The mechanics of cell separation during plant organ abscission

Jerry Roberts

The shedding of plant organs such as leaves, flowers and fruit is the culmination of a highly co-ordinated sequence of cellular and molecular events that take place at discrete positions termed abscission zones. The final process results in the breakdown of the pectin-rich middle lamellar region that cements cells together and is thought to be mediated by enzymes secreted into the cell wall by the abscission zone cells. Our studies have shown that in flowers of Arabidopsis the abscission zone comprises two layers of cells. After shedding one of these is retained by the parent plant whilst the other remains at the base of the petal, sepal or anther filament that is shed. We know that both layers of cells express genes encoding pectin degrading enzymes.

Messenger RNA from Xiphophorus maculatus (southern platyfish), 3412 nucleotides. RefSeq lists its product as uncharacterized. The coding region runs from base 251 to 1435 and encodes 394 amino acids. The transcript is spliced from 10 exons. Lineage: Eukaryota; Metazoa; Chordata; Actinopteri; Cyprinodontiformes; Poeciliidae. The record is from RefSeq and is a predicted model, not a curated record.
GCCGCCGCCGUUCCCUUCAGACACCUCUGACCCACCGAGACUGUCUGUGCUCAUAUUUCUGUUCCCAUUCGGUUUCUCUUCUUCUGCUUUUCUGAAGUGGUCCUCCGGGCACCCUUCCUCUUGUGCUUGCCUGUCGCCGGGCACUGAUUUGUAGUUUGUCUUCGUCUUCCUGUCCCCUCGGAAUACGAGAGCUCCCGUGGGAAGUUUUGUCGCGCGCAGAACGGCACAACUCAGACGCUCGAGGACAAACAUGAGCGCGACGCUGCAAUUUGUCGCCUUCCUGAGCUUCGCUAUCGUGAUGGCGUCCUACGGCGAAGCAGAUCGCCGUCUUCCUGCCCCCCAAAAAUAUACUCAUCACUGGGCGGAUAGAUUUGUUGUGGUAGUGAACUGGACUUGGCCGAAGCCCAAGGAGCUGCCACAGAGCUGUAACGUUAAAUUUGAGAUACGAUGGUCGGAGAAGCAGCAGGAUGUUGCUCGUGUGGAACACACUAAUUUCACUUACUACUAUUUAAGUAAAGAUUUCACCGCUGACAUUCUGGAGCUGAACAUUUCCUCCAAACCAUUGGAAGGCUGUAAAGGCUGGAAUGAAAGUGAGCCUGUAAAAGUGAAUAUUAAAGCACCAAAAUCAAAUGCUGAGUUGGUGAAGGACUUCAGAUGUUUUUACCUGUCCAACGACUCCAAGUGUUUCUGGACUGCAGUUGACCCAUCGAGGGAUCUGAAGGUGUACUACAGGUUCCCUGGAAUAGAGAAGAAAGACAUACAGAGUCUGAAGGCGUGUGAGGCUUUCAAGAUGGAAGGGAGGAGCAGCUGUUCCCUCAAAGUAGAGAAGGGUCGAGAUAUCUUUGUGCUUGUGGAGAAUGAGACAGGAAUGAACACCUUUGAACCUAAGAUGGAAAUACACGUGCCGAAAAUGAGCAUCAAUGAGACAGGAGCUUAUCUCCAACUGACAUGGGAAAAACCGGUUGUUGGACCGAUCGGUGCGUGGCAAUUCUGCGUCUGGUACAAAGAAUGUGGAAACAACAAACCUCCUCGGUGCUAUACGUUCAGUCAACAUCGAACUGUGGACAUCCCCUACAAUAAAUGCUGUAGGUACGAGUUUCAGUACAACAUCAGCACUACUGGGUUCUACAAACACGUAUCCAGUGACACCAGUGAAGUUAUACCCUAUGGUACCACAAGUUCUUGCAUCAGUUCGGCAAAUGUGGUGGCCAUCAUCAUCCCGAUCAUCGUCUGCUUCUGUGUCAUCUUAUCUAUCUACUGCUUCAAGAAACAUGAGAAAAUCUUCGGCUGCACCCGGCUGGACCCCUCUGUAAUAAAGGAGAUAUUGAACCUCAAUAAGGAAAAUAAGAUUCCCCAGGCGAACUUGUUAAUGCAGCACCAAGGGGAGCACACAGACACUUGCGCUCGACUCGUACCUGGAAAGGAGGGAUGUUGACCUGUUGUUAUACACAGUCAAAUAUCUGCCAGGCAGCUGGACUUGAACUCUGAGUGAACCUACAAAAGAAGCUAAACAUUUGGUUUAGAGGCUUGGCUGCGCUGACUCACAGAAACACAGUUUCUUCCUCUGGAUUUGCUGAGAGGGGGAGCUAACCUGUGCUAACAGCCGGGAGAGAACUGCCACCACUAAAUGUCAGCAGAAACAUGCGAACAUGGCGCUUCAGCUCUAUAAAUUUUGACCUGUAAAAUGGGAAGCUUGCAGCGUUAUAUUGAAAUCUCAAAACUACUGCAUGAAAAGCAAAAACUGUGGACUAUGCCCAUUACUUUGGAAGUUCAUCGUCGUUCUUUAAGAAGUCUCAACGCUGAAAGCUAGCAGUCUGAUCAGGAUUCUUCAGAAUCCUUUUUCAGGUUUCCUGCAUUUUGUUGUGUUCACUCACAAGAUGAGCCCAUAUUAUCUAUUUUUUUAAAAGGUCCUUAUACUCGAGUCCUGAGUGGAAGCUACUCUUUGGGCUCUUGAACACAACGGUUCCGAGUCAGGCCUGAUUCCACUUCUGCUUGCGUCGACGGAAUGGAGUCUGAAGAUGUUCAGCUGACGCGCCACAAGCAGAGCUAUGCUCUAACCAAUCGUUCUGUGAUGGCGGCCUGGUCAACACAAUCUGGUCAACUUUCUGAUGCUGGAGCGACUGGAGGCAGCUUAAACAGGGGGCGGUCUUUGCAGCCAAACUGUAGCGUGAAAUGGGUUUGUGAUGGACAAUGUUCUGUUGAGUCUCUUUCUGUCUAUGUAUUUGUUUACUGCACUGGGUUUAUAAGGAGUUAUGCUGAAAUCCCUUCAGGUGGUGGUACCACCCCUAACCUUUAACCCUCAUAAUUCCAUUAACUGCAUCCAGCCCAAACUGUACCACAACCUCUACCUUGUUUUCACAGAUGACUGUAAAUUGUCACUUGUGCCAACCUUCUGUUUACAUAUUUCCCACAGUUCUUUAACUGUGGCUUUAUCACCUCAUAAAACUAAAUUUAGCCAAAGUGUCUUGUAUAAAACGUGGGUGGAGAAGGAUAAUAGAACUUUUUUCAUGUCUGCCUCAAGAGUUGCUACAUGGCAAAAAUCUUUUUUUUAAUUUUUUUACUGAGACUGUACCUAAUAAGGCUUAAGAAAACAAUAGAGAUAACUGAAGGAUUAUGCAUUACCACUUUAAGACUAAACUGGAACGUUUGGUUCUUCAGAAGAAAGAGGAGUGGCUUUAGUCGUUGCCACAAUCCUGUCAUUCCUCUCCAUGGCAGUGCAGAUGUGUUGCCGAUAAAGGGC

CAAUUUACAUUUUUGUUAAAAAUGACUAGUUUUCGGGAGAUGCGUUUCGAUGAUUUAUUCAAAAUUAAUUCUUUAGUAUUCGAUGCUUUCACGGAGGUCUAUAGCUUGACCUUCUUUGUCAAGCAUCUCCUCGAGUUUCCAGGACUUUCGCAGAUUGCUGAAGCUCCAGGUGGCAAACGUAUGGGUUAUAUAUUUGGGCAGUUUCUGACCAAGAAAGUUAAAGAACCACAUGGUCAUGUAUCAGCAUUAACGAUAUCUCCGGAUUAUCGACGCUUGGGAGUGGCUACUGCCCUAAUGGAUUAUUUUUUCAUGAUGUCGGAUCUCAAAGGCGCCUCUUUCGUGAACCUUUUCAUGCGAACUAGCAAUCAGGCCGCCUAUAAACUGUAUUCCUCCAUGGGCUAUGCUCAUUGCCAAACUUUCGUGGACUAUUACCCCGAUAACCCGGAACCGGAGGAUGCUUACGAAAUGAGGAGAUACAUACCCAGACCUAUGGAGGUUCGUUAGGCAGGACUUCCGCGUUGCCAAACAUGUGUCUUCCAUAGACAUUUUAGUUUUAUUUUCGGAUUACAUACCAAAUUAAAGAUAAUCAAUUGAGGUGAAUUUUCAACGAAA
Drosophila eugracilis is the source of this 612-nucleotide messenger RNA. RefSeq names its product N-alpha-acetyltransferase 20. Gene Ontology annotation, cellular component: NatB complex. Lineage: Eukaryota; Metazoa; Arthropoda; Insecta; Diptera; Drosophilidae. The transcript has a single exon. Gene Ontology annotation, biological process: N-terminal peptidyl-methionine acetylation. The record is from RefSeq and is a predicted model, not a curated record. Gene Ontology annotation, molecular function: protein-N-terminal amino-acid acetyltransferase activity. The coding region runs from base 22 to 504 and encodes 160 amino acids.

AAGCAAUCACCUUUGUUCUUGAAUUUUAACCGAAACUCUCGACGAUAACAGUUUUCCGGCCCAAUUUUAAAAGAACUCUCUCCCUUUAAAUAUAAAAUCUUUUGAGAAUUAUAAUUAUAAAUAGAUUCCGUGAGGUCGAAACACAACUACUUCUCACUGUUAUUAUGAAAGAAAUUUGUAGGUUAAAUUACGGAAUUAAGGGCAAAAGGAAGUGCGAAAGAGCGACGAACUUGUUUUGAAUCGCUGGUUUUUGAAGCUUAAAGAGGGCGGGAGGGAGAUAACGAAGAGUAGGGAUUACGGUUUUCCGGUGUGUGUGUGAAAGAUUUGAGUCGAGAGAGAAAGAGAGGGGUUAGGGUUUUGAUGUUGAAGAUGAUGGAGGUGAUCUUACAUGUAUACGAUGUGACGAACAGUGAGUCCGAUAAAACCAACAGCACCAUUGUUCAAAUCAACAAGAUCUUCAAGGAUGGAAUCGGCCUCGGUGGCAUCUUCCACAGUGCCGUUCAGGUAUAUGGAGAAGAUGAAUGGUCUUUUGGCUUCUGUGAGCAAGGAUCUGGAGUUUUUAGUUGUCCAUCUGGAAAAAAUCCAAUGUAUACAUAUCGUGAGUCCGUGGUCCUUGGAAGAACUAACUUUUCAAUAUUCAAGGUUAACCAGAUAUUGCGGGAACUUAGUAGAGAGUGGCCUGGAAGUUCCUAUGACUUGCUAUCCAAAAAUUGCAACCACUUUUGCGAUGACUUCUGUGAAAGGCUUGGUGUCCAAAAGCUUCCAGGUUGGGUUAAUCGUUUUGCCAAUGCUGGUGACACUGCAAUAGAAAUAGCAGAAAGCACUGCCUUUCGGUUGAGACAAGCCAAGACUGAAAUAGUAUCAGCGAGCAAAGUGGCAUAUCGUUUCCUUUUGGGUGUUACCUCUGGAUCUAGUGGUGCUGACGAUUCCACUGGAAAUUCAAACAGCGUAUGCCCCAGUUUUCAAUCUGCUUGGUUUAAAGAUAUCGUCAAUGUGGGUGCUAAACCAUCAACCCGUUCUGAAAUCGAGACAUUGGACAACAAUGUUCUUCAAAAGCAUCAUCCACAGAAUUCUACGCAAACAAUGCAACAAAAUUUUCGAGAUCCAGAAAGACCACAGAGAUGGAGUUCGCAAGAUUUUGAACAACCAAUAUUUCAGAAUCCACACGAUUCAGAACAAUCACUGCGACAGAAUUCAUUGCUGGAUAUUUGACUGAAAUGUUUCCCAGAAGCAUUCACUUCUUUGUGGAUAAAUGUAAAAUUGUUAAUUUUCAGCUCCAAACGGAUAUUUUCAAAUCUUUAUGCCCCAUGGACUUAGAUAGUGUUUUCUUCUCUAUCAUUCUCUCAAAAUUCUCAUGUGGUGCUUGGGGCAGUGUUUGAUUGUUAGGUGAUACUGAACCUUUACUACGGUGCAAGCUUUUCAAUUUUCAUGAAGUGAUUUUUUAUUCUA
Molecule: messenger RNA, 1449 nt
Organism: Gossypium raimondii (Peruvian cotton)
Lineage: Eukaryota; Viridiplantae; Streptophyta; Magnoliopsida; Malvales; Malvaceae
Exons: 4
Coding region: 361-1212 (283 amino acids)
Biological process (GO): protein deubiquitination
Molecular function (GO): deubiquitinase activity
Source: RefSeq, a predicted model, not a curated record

Proceedings of the 2nd Mathematics in the Plant Sciences Study Group